14 Dec 2008

A sting in the tail

It was just three years ago when I found myself sitting in front of Prime Minister Patrick Manning in the San Fernando constituency office.  My mother had recently passed away after a 16 month battle with cancer. My aunt, who was a registered nurse and worked on a cancer ward for many years in one of the most renowned hospitals in the US, accompanied me to the meeting-she was pivotal in making my mother's long fight and eventual passing away as painless and peaceful as possible.  We came to present a proposal and to seek assistance or guidance from the Prime Minister.  The proposal was a simple one-to setup a non-profit organisation to supply much needed drugs, equipment and professional services for anyone in need of cancer treatment or who be in the last stages of life.

At the time of my mother's diagnosis, she had Stage 3C ovarian cancer-the doctors said frankly-If you keep her in Trinidad, she may last 3 months for the most. They also stated that the survival rate for stage 3 cancer in Trinidad is zero. My family and I were fortunate enough to be in a position to send my mother abroad for treatment in part because she had major medical insurance. But, even with the insurance, my brother and I were still left with over half a million dollars in loan debt.

When my mother returned to Trinidad to continue her chemotherapy we couldn't find the drugs in Trinidad; we had to bring them in from abroad. When we had to administer her treatment, my aunt had to show the doctors how to hook up her port-o-cath because in Trinidad we still administer through the skin. When the pain became too much, we had to import the transdermal patches for her pain management.  When we finally got a prescription for IV morphine for her pain, we were subjected to a half hour interrogation by the suppliers while my mother was lying home in pain.  When she slipped into a coma my aunt stayed awake almost 20 hours a day because we couldn't find any registered nurse that knew how to use a port-o-cath. When we had to put her on oxygen, she almost suffocated one day because there is no medical supplier of oxygen tanks and regulators for such an occasion. My mother's wish was to die at home as I'm sure most people would want. Yet to pull that off, we had to beg, borrow and...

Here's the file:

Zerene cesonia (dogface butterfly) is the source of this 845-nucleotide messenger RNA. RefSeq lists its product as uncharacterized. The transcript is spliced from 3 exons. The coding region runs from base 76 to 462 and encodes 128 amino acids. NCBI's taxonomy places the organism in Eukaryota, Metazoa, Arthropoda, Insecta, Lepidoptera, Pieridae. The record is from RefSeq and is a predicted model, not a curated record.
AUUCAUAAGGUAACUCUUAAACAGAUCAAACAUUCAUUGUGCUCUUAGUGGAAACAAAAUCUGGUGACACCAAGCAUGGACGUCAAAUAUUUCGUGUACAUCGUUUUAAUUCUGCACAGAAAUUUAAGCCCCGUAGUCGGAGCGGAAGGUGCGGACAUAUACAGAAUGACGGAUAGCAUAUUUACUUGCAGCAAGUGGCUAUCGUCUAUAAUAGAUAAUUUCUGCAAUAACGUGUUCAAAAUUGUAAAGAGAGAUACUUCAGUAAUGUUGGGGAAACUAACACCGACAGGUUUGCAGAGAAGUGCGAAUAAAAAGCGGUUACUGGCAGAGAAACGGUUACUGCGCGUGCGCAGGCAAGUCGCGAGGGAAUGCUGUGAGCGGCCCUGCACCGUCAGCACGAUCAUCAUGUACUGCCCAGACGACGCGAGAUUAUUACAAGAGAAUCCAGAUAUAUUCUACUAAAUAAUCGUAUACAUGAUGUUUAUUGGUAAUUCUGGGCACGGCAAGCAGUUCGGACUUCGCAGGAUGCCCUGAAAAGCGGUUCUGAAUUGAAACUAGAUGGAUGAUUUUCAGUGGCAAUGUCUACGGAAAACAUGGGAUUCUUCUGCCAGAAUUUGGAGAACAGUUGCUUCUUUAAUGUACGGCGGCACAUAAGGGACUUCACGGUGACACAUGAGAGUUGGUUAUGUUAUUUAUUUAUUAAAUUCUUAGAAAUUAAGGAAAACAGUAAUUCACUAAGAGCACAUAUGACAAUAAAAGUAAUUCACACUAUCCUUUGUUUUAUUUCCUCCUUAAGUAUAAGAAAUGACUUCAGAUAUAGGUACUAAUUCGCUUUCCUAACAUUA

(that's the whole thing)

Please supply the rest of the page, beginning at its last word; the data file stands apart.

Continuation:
During this whole ordeal, my family and I realised one very sobering point-getting cancer treatment and being able to afford it was something very few people in Trinidad could do.  And to add insult to injury, after you've wiped out your finances trying to give your loved ones a longer and better quality of life before they pass on, you can barely afford or even find the facilities to allow them to die with dignity, in peace and with no pain.

Back to the meeting with Prime Minister Manning-in response to our proposal which had the support of many prominent doctors, specialists and surgeons in Trinidad as well as the assistance of my mother's specialist from the US, the Prime Minister suggested that we partner with a hospice in the US to open a facility in Trinidad.  My mouth dropped, my heart stopped and my eyes looked down at the floor.  We had just explained how expensive treatment was in the private institutions (Nursing Homes) and how lacking the facilities, drugs and services were and we are now being told to try a hospice that is even more expensive than anything offered in Trinidad at the time.

I honestly cannot say if anything with regards to cancer treatment has changed in Trinidad since that faithful day and I suspect not, since the Prime Minister himself is travelling to Cuba for his treatment.  I wish him a speedy recovery; this dreadful disease is something I wish no-one should ever have to go through or see their loved one go through.  But to this day, I am astounded that our Government, past and present cannot give the health sector the attention it so desperately needs. Sometimes you either can't understand or refuse to understand the reality of certain situations-until it hits home. Mr Manning, if there is ever a legacy you want to leave, let it be that you revolutionised the health sector in the Trinidad.

Suzette Ramsden

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